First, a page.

Rob Chudzinksi, OC, Panthers

"Chud" took his first coordinator gig this season when he followed Ron Rivera from San Diego to Carolina to serve as offensive coordinator of the Panthers. And he's drawn plenty of attention with the work he and his staff have done with Cam Newton, one of the most prolific rookie quarterbacks in NFL history. If the Jaguars believed Chudzinski could have the same effect on Gabbert as he did Cam in 2011, they'll certainly be interested in at least adding him to the short (?) list of potential candidates.

Jeff Fisher, former Titans head coach

Until he was fired last season by the Titans, Fisher was the NFL's longest tenured coach having been on the sidelines in Tennessee (and before they moved, Houston) for 17 years. He's well respected by his players and clearly capable of building a winner over the long haul. His background is as a defensive coach, but the Titans' offense had little trouble matriculating the ball down the field with the right personnel (see Eddie George and Steve McNair, for example). Xs and Os are important, but more important is motivating a team in dire need of direction.

Bill Cowher, CBS Sports NFL analyst, former Steelers head coach

The former Steelers coach said earlier this season that he had no plans on coaching in 2012, but like most things, plans can change depending on the circumstances. In this case, we're guessing Cowher would need 10 million or so circumstances to nudge him back onto the sidelines. Jacksonville isn't as glamorous as, say, Miami or New York, cities with other possible job openings at the end of the year, but presumably Cowher will be motivated by more than the local Zagat's guide. The Jags have played like an uninspired bunch in 2011 and while Cowher may not possess the tactical acumen of, say, Bill Belichick, he is, above all else, inspirational. Plus, there's a good chance Cowher will bring some of the Steelers front office with him wherever he ends up, which means built-in roster depth and salary-cap savvy.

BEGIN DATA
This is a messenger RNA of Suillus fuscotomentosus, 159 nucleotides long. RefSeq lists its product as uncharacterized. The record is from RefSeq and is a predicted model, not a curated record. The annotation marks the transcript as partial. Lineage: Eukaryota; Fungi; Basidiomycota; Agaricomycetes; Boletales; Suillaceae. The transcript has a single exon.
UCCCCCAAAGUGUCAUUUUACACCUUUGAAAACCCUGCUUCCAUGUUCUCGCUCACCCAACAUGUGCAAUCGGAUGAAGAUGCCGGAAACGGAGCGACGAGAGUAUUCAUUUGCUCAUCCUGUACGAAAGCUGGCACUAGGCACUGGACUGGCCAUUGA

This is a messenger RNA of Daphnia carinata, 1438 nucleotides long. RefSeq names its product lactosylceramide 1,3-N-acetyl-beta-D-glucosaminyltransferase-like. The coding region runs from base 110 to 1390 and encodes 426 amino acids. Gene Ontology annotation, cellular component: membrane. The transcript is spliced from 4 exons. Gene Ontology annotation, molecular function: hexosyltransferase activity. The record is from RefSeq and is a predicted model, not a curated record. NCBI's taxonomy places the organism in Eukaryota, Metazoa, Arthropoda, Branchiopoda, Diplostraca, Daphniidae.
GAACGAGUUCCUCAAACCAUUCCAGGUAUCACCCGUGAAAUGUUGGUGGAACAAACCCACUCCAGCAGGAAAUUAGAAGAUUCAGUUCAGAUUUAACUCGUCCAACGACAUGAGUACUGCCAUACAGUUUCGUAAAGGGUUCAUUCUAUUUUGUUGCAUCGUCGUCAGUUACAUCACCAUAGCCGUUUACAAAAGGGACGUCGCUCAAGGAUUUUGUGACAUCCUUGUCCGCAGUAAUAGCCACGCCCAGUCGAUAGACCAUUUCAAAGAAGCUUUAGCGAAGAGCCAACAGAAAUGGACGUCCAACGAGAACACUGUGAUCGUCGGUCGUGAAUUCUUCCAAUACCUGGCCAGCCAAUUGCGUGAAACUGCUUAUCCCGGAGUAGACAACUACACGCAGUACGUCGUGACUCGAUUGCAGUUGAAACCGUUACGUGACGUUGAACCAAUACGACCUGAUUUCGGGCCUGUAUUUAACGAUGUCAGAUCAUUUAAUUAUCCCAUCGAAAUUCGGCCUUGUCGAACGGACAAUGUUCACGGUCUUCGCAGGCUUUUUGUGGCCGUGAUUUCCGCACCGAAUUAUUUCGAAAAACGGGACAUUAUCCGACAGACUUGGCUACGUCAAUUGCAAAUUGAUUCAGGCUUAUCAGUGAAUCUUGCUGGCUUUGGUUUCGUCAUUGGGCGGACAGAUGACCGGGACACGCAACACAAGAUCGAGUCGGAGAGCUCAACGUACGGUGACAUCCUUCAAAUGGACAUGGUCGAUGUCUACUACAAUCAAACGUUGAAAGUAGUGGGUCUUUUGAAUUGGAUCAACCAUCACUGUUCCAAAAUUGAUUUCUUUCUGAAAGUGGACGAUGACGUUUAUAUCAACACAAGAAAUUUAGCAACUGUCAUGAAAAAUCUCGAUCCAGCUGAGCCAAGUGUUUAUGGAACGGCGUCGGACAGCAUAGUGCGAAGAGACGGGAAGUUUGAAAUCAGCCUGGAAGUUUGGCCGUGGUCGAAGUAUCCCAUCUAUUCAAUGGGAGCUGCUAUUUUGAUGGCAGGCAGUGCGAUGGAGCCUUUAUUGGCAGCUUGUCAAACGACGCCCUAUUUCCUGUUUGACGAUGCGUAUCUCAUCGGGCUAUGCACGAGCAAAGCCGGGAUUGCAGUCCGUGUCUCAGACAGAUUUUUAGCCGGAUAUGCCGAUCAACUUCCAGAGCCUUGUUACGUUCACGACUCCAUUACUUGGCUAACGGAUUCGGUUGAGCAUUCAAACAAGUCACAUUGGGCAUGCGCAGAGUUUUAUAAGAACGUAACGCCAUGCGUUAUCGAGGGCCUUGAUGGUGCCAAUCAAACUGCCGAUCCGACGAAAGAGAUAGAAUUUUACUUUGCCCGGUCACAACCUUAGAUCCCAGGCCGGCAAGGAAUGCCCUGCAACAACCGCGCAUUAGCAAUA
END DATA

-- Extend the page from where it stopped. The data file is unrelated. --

Brian Billick, FOX Sports NFL analyst, former Ravens head coach

Billick got his job with the Ravens because he was hailed as something of an offensive mastermind during his OC-ing days with the Vikings (not hurting that perception: Cris Carter, Randy Moss and Randall Cunningham). He's not much into developing quarterbacks he was also responsible for drafting, but Gabbert's already there. Maybe he'd have better success if he wasn't actually burdened with selecting the player, too. Either way, Billick was a winner in Baltimore even if it wasn't always pretty. He's been out of coaching since 2008 but it's only a matter of time before he gets another chance.

Brian Schottenheimer, Jets OC

The list of hot young coordinators isn't as long as it once was. Crash-and-burns from the likes of Eric Mangini and Josh McDaniels tempered some of the "let's go young!" enthusiasm temporarily favored by owners and front-office types. But Schottenheimer, despite the annual criticism, is considered an up-and-comer with the Jets. That offense, with Mark Sanchez under center, is far from high-powered, instead built around the run. They've had success with that philosophy, twice making it to the AFC Championship game, but the "ground and pound" approach relies on a stout defense. The Jags have the makings of that, although it's not clear Schottenheimer would be able to get the most out of Gabbert or Jacksonville's offense.

Russ Grimm, Cardinals associated head coach

Just over four years ago, Grimm was in line to replace Cowher in Pittsburgh and widely considered head-coaching material. He lost out to Mike Tomlin for the Steelers gig and has been the associate head coach in Arizona ever since. He was an offensive lineman during his playing career and he would bring a certain toughness the Jags have lost this season. He's not a top candidate but there's no guarantee the Jags will be able to land their No. 1 choice.